There’s a thrift store near me that doesn’t know what it has. They will sell you Armani, Gucci, Calvin Klein, Michael Kors for $4.99. It’s all authentic. It’s located in a very wealthy neighborhood and people donate crazy expensive clothes after just wearing it once. It’s crazy. My closet is jam packed with designer clothes from there. And shoes!

#21 I bought an unused 6 quart KitchenAid mixer with all the attachments at a garage sale for $20 (retails for $400). I then gave it to my sister as an early birthday present. She bakes cakes and cookies for parties has a side-gig and was hand mixing everything beforehand. She was ecstatic!

Image source: ItsEarthDay, Warren Layton / Flickr


Image source: codece, Eric Krull / Unsplash

Several years ago I was walking around the neighborhood, late Saturday afternoon. It was “garage sale” weekend, but I didn’t look too closely at the sales because I was broke. I was just walking to get some exercise, clear my head, maybe cheer myself up.

When I was just a few blocks from returning home, I found a $20 bill on the sidewalk! I looked around but there was nobody. It wasn’t even in front of a home with a sale going on.

Now I *was* cheered up, and I stopped in at the last garage sale with my $20. It was an older couple and they were already moving things inside, closing up shop.

I browsed around and just asked “you wouldn’t have any vinyl records for sale, would you?”

They looked at one another, shrugged, and led me into the house. Upstairs, in what was clearly their son’s old bedroom, they pulled a box of records out of the closet. I got the distinct feeling he had died; I didn’t ask, but his room looked like a shrine to the late 1980s.

I paid $20 for the whole box, and carried it home.

That thing was an absolute goldmine of punk albums, including an original pressing of the Germs “GI” signed by Pat Smear, an original of Operation Ivy’s “Energy”, Green Day’s “39/Smooth” and “Kerplunk” (plus a few other Lookout! records releases,) and more.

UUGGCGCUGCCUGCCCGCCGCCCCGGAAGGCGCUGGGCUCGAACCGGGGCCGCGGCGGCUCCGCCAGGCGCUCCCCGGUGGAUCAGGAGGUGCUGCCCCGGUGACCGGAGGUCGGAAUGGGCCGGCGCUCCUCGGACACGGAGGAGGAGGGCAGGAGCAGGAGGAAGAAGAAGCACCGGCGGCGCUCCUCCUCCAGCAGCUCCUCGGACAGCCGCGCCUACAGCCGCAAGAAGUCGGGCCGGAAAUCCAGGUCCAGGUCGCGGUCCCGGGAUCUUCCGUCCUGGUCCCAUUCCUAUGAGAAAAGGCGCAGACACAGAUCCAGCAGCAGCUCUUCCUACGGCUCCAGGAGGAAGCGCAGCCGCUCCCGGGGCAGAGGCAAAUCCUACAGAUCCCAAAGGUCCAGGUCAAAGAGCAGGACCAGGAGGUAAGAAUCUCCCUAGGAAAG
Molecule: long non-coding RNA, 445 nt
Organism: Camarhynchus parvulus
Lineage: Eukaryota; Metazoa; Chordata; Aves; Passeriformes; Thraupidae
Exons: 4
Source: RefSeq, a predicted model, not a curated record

I sold the GI album alone for $600, and I regret it.


Image source: floridianreader, Tom Hermans / Unsplash

I have a knack for picking up used books at thrift stores, garage sales, estate sales, wherever, but not just any old books. The books my fingers find are autographed. I have autographed books by:

Neil Gaiman

Tom Clancy

Elie Wiesel

Salman Rushdie

Connie Francis

Shaq (his basketball card, not a book)

Dave Barry

Isaac Asimov

Tom Wolfe

Some of these books I paid as little as a quarter for, and the most, I think, was $10.

#24 How bout the one that got away? Several years go, apparently 2012, I saw an odd painting of an owl like creature. I looked at it for a moment, considered it, then walked on. A few weeks later it was on the news … It was a Picasso. It eventually sold for $7k.

Image source: gitarzan, Sebastian / Flickr

#25 A complete set of Advanced Dungeon and Dragons 1E rule books for $20.

Image source: rosanymphae

Shanilou Perera

Shanilou has always loved reading and learning about the world we live in. While she enjoys fictional books and stories just as much, since childhood she was especially fascinated by encyclopaedias and strangely enough, self-help books. As a kid, she spent most of her time consuming as much knowledge as she could get her hands on and could always be found at the library. Now, she still enjoys finding out about all the amazing things that surround us in our day-to-day lives and is blessed to be able to write about them to share with the whole world as a profession.

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amazing thrift store finds, flea market, garage sale, thrift, thrift store, thrifting, thrifty